This time last year, I was laid off from my job, and with bills and deer season looming, I was determined to take care of both. In the year that has followed I have spoken with many hunters who have faced layoffs or pay cuts and many say the same thing: “it’s just getting too expensive these days.” Here are a few helpful ways to feed your passion for deer hunting as well as your family.
Maybe the most important factor to your success this season will be pre-season scouting. Let’s say you only have the time and resources to make it out into the deer woods once before opening day. Not a problem, plan on making a full day of it. The first step is to walk the property. If you have access to aerial maps or internet pictures such as the ones provided by Google Earth it always pays to look at those the night before. Spend a few hours slowly walking the property looking for several quality stand locations. One may be a stand of white oak trees, as their acorns are always a favorite for deer. A water source is another good area to hunt, especially with severe drought conditions over much of the United States recently. By following deer trails leaving agricultural fields towards their bedding areas, you will establish the perfect intercepting area to place a stand. Now that you have selected promising areas to hunt (preferably with different locations for different wind directions) you need to clear some shooting lanes. You do not need a bush hog or tractor for this, simply a hand saw and machete will provide you with nice shooting lanes and maybe a blister or two.
Let’s say you have located several good spots to hunt but are on a limited budget and cannot afford to purchase a lean to stand, a climbing stand or a pop up blind. I found a cheaper alternative when I returned to the woods after Christmas two years ago and found my climbing stands had been stolen. For less than twenty dollars you can go to a local farm supply store and purchase four electric fence stakes (a dollar each) and camouflage netting. Combine those with a padded bucket or portable chair and you have a first class ground blind that can be assembled in less than a minute. You have the mobility that a climbing stand provides without the clanging metal sounds and burden of finding the perfect tree. An obvious disadvantage to this is that you won’t have the luxury of being high up in a tree to see the deer coming in. Hunting from the ground is not for the faint of heart. It is up close and personal and when it happens, it happens fast, but when it all goes right there is nothing like it.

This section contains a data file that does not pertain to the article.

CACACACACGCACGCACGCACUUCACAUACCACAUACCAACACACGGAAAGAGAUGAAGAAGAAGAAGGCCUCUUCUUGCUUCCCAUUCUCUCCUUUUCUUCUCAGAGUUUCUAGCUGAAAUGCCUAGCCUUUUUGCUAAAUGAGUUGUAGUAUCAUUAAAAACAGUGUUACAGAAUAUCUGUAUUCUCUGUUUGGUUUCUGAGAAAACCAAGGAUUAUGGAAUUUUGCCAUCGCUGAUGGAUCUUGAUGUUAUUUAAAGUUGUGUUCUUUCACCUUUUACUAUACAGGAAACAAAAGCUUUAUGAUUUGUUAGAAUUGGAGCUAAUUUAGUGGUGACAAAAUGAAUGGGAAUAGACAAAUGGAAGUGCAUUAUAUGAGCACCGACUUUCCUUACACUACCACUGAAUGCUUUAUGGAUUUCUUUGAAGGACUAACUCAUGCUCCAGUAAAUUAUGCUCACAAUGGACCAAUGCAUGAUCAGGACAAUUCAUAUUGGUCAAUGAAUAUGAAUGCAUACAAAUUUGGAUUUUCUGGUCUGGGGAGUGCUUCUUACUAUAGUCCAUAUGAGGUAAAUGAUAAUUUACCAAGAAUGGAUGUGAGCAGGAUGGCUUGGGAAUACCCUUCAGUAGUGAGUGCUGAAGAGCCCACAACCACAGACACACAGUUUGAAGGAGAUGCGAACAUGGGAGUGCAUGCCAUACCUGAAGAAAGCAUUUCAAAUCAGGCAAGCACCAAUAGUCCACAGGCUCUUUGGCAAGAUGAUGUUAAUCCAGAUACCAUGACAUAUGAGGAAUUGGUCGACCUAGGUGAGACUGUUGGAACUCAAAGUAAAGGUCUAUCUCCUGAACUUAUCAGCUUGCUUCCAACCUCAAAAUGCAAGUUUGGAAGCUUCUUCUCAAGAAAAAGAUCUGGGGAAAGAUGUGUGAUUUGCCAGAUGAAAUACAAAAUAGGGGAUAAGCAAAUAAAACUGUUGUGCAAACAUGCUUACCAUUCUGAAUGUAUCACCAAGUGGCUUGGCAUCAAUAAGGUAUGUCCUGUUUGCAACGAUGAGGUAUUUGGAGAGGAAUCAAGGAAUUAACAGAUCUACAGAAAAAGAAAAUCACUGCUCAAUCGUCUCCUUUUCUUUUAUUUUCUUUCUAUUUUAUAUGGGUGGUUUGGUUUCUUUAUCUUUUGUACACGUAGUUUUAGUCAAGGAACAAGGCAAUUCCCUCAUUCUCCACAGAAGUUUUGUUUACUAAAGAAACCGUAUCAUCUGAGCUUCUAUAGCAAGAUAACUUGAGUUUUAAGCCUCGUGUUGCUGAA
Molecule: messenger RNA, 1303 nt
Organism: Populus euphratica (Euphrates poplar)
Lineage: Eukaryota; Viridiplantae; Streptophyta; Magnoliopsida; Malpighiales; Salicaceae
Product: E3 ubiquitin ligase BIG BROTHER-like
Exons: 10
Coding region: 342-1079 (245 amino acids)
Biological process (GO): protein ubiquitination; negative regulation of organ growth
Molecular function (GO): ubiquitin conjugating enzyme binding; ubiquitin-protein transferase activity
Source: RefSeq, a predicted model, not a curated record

Over the past couple of years the price of deer corn has skyrocketed, along with the price of carbon fiber clothing. Note: baiting for deer is not legal in every state and can be an ethical hot topic debate. I for one do not have a problem with it. Instead of buying bags of corn at outrageous prices, find an area near your home with an abundance of acorns in October when they begin to drop. By filling my bucket seat up with white oak acorns and scattering them where I hunted last year, I saw deer every time and saved a pretty penny. Carbon fiber clothing is too expensive for many of us, but this does not have to put you at a disadvantage. One cost I recommend not to skip is scent masking products. Many of these products tend to go up in price year over year, so look for combination kits that provided deodorant, clothing spray, and detergent. Staying on top of scent elimination is one of your biggest keys to success and is still vastly under used among hunters today.
There are unavoidable costs to deer hunting such as a firearm, ammunition and gasoline, but you can cut this cost via the buddy system. The more hunting buddies you have the more you can rotate driving. If none of your friends grew up hunting, extend an invitation. Our biggest role as hunters will always be to introduce our love of the outdoors to others. And don’t be surprised if this new hunter catches a mean case of deer fever and is beating down your door for their next encounter with a whitetail.